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kahuna 22 06-07-2012 04:16 PM

kitchen electrical
 
what kitchen appliances need dedicated electrical breakers

kahuna 22 06-07-2012 04:19 PM

how about the refrigerator

stickboy1375 06-07-2012 04:22 PM

Well, to keep this clean and simple, in a nutshell, if the manufacture of the appliance requires a dedicated circuit, then you don't have an option.... other wise I use the loads on the name plates and whether they are fastened in place or not to determine what gets what for circuits.

dmxtothemax 06-07-2012 05:43 PM

Quote:

Originally Posted by kahuna 22 (Post 938486)
what kitchen appliances need dedicated electrical breakers

Some large draw loads could require dedicated circuits.

Some others are required by code.
Which would vary depending on locality.

To which one are you referring ?

gregzoll 06-07-2012 05:45 PM

Making it simple: Electric Stove or electric oven needs its own, Dishwasher can share the same breaker for the garbage disposal if there is one, or also with a trash compactor, as long as all three together do not exceed the total amount of amps for the circuit. Microwave needs its own, whether it is a over the range, or counter top that sits on a shelf, or somewhere on the counter. Fridge can share either off of the Branch circuit that does the counters, gas stove can also share off of the counter branch circuit. Lighting needs to be on its own circuit, but can share off of other rooms.

The branch circuits for the counters can also do the baseboard outlets, dining area, pantry, can not feed any other rooms in the house.

stickboy1375 06-07-2012 06:14 PM

Quote:

Originally Posted by kahuna 22 (Post 938486)
what kitchen appliances need dedicated electrical breakers

Its really a vague question... without looking at the appliances, your guess is as good as ours...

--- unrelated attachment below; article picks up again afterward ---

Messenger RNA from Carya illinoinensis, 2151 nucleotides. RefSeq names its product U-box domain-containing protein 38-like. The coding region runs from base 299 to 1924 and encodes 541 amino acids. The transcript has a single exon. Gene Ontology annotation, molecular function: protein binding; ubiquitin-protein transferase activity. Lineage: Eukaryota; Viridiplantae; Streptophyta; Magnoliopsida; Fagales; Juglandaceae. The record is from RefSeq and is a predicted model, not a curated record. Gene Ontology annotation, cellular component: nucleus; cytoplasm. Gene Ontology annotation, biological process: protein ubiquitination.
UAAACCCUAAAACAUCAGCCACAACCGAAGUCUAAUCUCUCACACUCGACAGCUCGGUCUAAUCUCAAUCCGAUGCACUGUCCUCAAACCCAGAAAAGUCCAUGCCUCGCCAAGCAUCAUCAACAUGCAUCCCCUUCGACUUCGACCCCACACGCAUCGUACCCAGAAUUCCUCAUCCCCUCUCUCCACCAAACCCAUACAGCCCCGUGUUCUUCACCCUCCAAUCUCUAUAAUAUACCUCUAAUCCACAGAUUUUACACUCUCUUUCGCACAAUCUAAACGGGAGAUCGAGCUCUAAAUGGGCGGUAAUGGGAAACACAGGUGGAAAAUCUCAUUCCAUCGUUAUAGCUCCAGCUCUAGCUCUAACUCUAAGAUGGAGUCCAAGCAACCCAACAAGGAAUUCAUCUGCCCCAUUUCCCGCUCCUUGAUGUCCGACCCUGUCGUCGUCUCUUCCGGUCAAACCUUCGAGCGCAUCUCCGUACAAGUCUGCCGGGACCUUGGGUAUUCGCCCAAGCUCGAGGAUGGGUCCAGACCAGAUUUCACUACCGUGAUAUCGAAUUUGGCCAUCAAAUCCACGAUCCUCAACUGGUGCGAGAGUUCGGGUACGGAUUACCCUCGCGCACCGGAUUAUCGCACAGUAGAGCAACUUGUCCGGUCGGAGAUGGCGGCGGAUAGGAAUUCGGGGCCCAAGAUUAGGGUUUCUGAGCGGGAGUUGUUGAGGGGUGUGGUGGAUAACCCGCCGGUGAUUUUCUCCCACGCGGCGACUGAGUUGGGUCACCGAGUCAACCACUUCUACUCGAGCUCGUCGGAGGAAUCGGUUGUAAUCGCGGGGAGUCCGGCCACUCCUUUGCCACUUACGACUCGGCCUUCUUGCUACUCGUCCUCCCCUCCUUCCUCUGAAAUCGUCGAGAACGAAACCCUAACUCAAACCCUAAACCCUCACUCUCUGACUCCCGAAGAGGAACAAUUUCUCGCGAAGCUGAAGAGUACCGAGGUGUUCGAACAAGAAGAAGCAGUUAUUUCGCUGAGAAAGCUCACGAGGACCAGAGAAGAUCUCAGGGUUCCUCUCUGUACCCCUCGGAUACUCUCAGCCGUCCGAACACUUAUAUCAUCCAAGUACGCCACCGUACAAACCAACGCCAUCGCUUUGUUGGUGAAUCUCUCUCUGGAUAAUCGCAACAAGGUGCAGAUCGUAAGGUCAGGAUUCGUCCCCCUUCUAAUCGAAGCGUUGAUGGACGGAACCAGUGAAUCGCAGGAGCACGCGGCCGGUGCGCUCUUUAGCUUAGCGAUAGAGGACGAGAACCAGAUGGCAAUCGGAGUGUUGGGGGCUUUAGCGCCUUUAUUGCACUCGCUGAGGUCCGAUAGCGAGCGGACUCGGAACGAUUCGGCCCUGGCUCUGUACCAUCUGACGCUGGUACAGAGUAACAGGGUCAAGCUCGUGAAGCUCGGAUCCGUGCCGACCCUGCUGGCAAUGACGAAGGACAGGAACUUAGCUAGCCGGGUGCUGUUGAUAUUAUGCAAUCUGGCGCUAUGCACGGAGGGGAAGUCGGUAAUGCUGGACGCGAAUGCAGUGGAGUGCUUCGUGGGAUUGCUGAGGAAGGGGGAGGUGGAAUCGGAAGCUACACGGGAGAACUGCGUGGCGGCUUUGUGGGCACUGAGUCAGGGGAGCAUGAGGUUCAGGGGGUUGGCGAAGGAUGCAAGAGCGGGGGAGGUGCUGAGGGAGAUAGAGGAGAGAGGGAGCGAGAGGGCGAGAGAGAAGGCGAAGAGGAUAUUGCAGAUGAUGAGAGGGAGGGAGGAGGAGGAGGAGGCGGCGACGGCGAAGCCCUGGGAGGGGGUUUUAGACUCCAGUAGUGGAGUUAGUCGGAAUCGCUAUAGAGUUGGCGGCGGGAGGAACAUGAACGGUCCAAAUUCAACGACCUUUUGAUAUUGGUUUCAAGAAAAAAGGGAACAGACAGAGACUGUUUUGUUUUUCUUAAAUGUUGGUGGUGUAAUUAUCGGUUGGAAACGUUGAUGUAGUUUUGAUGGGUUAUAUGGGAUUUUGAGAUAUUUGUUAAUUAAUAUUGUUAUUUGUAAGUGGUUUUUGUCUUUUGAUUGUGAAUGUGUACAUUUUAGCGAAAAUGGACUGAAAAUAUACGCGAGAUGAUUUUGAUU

gregzoll 06-07-2012 06:26 PM

Quote:

Originally Posted by stickboy1375 (Post 938593)
Its really a vague question... without looking at the appliances, your guess is as good as ours...

Not vague. See post above yours. Simple question, especially for Kitchens, is about the easiest to answer, since it is already spelled out in the NEC regarding SWBC & Kitchens, along with beaten to the death on this forum, that the horse has nothing else to give.

stickboy1375 06-07-2012 06:34 PM

Quote:

Originally Posted by gregzoll (Post 938605)
Not vague. See post above yours. Simple question, especially for Kitchens, is about the easiest to answer, since it is already spelled out in the NEC regarding SWBC & Kitchens, along with beaten to the death on this forum, that the horse has nothing else to give.

I don't see how you can determine a branch circuit with out a nameplate, but guess thats how you roll, just like your imaginary dedicated circuit for a microwave, how bout a code reference on that one....

joed 06-07-2012 07:00 PM

Where do you live? I Canada the fridge is required to be dedicated.

gregzoll 06-07-2012 07:48 PM

Quote:

Originally Posted by stickboy1375 (Post 938613)
I don't see how you can determine a branch circuit with out a nameplate, but guess thats how you roll, just like your imaginary dedicated circuit for a microwave, how bout a code reference on that one....

It is not imaginary for a dedicated circuit for the mic. Modern microwaves NEED their own circuit, because of the amount of current draw they alone make. Even without a nameplate, again it is spelled out in the NEC as to what guidelines for requiring WHAT needs a dedicated or does not need a dedicated circuit, and to what you can and can not do with the Small Appliance branch circuit for the Kitchen/dining area/pantry. Nothing imaginary about it, but in your world.